Research and Development Across Borders

Amol Bhardwaj first heard about the MP from a friend four years ago. At the time, he hardly had any overseas business contacts apart from two German suppliers, though they carried little weight. Bhardwaj’s expectations of the programme were modest: he wanted to meet with both companies in person and to also seek new technology for his medical technology company. Back then, he could never have imagined that the MP would one day bring him a development contract with a German research institute. In an interview with the GIZ, Bhardwaj proudly tells of his successful internationalisation course.

GIZ: Mr Bhardwaj, what exactly does your company do?
Amol Bhardwaj: Medicaid Systems is based in Chandigarh and is run by two families, one of which is my family. We develop, market and manufacture medical equipment – for use in psychiatry, for example, for magnetic neurostimulation during which magnetic fields are used to stimulate or deactivate specific parts of the brain. Neurological disorders such as epilepsy can be treated in this way. Beside psychiatry, we mainly work in the fields of neurology, cardiology and physiology. Medicaid Systems was established in 1987 and currently employs 68 people. I have worked at the company as a project manager since 2000.

How did you find your key business contacts in Germany?
It became clear to me during my time in Germany that I would need to revamp our website if we wanted to win international business. In particular, I improved the search function and optimised the keywords. I then received an inquiry from the Philipps University of Marburg shortly after my return to India. They were looking for someone to develop an electromedical device for the treatment of chronic pain, based on their research findings. I sent them my profile that I had optimised in Germany, as well as my MP certificate. That really helped me to win their trust.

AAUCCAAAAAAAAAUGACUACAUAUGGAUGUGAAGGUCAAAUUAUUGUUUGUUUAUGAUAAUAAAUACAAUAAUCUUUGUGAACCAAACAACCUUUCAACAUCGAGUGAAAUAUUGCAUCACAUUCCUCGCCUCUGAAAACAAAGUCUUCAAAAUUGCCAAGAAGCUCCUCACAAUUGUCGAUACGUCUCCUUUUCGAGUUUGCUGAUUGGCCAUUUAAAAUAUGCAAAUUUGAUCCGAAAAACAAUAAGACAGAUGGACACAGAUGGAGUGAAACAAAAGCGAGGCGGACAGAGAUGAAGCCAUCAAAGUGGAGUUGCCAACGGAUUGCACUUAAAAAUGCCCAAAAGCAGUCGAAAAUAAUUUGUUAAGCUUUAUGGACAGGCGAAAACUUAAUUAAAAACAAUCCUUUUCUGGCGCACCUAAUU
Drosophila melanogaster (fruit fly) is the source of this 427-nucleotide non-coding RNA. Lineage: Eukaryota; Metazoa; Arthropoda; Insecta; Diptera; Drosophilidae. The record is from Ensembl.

What was the next step?
After I visited Germany in person, we established a business partnership with a Swiss company to manufacture the devices here in India. I selected the location and staff for setting-up the production line. We invested 700,000 US dollars; implementation took one year. With the licence from Marburg for the new technology, I also want to set up a therapy centre for chronic pain sufferers in India and to work with the new eletrotherapy. To date, we have only sold and developed products. It would be an entirely new field of business for us.

What does this mean for the company in figures?
Through development of the new therapy and set-up of the centre, we anticipate growth of up to 300 percent in the coming three years. New technology sells well, even in a country like India that has a low per capita income. We anticipate turnover totalling 7.3 million US dollars in a three-year period for this therapy device. We are also currently negotiating the production of a further device for the university in Marburg that we have already developed on a trial basis. We anticipate 15 million US dollars for this project.

What brilliant results! How in particular has our programme helped you?
I benefitted greatly from the intercultural training. In India, the business philosophy of “We shall overcome whatever the future holds” normally prevails. In contrast, in Germany everything is first considered in great depth and discussed from all angles. An Indian must be extremely patient here (he laughs). I had these differences in business practices in mind during my preliminary contact with companies. It helped me to not get frustrated. Going into such detail was a challenge for me. Now I know to appreciate the advantages of this approach, as when a decision is finally made, everything goes smoothly and in an orderly manner.

Thank you for the interview!